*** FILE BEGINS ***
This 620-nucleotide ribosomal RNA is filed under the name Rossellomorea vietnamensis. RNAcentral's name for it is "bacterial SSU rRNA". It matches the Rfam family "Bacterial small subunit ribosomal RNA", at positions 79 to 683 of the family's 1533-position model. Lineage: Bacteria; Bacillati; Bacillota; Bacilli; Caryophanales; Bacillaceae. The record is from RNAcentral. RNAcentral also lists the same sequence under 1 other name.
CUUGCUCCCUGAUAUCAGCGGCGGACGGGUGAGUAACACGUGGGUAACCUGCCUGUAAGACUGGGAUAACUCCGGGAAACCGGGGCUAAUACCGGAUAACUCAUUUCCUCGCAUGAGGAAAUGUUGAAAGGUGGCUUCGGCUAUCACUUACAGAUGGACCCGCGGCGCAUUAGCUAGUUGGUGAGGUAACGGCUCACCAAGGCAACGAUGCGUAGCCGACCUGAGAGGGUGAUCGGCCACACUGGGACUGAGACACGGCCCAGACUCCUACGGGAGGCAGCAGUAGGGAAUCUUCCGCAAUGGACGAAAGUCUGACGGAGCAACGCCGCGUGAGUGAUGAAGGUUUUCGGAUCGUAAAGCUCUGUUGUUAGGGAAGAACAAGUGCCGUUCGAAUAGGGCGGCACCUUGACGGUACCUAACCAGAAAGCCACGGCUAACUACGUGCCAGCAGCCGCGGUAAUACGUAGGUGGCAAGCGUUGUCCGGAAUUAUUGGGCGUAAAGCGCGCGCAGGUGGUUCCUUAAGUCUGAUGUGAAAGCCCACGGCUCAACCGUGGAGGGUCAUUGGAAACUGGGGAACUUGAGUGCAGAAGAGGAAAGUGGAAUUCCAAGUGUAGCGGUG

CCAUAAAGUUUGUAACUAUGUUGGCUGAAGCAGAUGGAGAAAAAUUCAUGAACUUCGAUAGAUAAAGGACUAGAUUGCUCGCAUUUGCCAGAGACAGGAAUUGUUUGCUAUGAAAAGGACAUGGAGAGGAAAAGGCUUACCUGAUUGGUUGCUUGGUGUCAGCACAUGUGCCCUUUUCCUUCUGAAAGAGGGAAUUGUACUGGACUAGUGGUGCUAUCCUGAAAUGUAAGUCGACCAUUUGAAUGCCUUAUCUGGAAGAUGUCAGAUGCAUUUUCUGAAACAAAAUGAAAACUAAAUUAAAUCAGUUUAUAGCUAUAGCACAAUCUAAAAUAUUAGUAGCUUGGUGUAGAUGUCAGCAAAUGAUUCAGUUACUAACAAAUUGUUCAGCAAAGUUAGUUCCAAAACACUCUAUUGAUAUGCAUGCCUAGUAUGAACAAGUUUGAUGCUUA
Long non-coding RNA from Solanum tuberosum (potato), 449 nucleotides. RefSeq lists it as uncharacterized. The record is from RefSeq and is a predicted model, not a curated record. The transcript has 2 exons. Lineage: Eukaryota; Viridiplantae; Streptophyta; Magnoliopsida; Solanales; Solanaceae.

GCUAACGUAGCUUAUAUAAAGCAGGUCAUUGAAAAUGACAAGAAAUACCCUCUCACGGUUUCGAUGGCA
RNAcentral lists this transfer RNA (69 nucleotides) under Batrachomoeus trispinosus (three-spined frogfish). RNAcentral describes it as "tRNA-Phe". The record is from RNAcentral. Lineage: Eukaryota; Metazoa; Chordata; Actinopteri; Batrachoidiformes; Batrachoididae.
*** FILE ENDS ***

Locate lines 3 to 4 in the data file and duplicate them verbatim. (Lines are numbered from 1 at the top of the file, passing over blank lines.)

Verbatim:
CCAUAAAGUUUGUAACUAUGUUGGCUGAAGCAGAUGGAGAAAAAUUCAUGAACUUCGAUAGAUAAAGGACUAGAUUGCUCGCAUUUGCCAGAGACAGGAAUUGUUUGCUAUGAAAAGGACAUGGAGAGGAAAAGGCUUACCUGAUUGGUUGCUUGGUGUCAGCACAUGUGCCCUUUUCCUUCUGAAAGAGGGAAUUGUACUGGACUAGUGGUGCUAUCCUGAAAUGUAAGUCGACCAUUUGAAUGCCUUAUCUGGAAGAUGUCAGAUGCAUUUUCUGAAACAAAAUGAAAACUAAAUUAAAUCAGUUUAUAGCUAUAGCACAAUCUAAAAUAUUAGUAGCUUGGUGUAGAUGUCAGCAAAUGAUUCAGUUACUAACAAAUUGUUCAGCAAAGUUAGUUCCAAAACACUCUAUUGAUAUGCAUGCCUAGUAUGAACAAGUUUGAUGCUUA
Long non-coding RNA from Solanum tuberosum (potato), 449 nucleotides. RefSeq lists it as uncharacterized. The record is from RefSeq and is a predicted model, not a curated record. The transcript has 2 exons. Lineage: Eukaryota; Viridiplantae; Streptophyta; Magnoliopsida; Solanales; Solanaceae.